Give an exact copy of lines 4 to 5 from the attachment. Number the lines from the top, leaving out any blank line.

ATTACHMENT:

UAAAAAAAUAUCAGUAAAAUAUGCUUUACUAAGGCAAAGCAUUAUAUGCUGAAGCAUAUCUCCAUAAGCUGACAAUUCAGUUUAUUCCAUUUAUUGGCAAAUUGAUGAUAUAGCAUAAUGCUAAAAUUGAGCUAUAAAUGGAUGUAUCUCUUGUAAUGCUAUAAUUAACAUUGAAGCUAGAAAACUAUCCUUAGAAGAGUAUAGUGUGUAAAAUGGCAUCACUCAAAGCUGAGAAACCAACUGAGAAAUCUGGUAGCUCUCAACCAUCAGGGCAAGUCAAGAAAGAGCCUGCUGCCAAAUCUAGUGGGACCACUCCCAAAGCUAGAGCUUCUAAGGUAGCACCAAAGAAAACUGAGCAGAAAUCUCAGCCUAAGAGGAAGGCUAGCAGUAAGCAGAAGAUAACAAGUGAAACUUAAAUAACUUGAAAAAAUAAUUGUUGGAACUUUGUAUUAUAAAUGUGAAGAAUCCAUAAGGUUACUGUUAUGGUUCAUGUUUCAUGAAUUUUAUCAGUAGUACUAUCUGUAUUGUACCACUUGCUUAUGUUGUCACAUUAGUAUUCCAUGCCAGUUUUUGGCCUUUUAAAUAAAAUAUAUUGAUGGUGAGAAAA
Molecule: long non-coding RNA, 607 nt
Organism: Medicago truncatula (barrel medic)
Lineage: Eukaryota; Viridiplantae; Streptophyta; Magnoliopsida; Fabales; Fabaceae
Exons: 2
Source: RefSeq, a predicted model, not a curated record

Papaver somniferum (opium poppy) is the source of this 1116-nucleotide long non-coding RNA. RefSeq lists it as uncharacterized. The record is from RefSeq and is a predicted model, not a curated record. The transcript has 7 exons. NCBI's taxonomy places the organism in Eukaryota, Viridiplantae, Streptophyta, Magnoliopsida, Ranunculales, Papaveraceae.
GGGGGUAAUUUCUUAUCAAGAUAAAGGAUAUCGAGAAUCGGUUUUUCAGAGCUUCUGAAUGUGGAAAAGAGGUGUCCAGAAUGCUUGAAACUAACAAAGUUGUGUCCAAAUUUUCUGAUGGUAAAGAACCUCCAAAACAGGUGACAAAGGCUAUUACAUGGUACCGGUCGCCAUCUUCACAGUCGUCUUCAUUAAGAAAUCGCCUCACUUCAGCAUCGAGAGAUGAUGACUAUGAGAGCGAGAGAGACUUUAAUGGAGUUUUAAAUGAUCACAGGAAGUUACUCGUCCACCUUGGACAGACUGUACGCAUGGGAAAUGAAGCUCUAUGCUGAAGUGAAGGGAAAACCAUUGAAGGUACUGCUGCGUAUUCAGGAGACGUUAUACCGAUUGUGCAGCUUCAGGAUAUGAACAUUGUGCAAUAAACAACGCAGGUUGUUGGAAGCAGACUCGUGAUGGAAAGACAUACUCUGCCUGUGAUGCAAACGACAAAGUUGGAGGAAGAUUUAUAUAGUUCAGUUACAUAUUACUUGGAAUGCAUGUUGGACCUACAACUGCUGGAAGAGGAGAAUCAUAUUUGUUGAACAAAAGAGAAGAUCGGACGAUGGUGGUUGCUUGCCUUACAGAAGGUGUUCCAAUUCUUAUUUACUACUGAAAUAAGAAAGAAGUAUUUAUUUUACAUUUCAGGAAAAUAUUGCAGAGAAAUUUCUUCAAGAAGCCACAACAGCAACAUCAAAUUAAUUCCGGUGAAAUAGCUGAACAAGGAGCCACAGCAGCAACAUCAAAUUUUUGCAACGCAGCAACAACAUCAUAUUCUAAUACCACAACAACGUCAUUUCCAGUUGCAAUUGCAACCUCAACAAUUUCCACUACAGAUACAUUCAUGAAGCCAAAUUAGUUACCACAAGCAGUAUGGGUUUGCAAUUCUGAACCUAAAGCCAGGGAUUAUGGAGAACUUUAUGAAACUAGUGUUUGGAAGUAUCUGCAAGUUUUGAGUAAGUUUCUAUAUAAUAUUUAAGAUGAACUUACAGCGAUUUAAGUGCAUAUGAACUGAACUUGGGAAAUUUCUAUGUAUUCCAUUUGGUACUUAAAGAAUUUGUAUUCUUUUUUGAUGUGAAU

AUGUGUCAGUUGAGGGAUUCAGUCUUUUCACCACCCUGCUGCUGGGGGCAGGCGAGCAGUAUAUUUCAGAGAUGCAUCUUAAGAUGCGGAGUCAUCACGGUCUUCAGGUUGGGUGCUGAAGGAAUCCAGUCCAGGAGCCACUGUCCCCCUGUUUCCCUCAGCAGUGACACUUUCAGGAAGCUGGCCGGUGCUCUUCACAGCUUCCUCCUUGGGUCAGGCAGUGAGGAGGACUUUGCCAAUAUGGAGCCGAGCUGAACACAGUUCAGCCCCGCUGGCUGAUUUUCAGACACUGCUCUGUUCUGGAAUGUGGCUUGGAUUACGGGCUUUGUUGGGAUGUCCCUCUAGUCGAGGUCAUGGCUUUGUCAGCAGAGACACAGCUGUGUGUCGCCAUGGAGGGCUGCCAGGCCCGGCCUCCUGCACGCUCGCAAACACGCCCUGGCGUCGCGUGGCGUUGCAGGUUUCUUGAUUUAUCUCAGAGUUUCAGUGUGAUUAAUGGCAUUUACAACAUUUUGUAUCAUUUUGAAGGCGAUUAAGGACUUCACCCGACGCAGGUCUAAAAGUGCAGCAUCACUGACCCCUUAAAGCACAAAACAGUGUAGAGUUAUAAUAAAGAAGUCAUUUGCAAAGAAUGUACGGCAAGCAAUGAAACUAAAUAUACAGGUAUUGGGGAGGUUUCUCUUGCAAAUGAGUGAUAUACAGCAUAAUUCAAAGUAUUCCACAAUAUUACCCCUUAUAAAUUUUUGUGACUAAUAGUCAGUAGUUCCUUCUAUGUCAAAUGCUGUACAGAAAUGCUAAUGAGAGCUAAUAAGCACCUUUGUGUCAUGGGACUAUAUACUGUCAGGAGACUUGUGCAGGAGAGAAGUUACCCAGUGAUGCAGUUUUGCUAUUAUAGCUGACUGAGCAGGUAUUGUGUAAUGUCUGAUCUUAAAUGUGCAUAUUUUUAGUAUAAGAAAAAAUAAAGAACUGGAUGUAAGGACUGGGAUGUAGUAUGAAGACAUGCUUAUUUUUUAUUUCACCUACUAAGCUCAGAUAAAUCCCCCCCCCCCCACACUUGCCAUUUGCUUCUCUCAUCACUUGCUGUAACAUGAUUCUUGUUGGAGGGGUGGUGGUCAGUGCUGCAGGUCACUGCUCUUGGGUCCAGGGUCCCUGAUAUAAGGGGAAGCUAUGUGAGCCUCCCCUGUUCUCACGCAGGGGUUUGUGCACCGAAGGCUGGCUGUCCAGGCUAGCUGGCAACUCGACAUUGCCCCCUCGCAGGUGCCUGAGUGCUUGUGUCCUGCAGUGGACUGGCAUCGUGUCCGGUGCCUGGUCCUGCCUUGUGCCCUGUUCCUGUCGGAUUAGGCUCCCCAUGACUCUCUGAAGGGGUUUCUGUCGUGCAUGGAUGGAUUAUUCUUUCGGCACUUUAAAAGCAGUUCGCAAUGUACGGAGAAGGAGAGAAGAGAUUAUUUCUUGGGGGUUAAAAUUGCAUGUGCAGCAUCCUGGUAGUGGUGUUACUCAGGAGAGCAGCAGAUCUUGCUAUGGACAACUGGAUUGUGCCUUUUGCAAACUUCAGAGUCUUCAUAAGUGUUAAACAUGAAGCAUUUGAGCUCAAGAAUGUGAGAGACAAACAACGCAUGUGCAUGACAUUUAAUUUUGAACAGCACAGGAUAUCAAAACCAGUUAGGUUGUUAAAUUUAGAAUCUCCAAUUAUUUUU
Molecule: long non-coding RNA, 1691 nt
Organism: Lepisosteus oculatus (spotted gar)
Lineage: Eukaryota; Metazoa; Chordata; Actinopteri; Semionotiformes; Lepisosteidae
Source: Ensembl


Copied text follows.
Lineage: Eukaryota; Viridiplantae; Streptophyta; Magnoliopsida; Fabales; Fabaceae
Exons: 2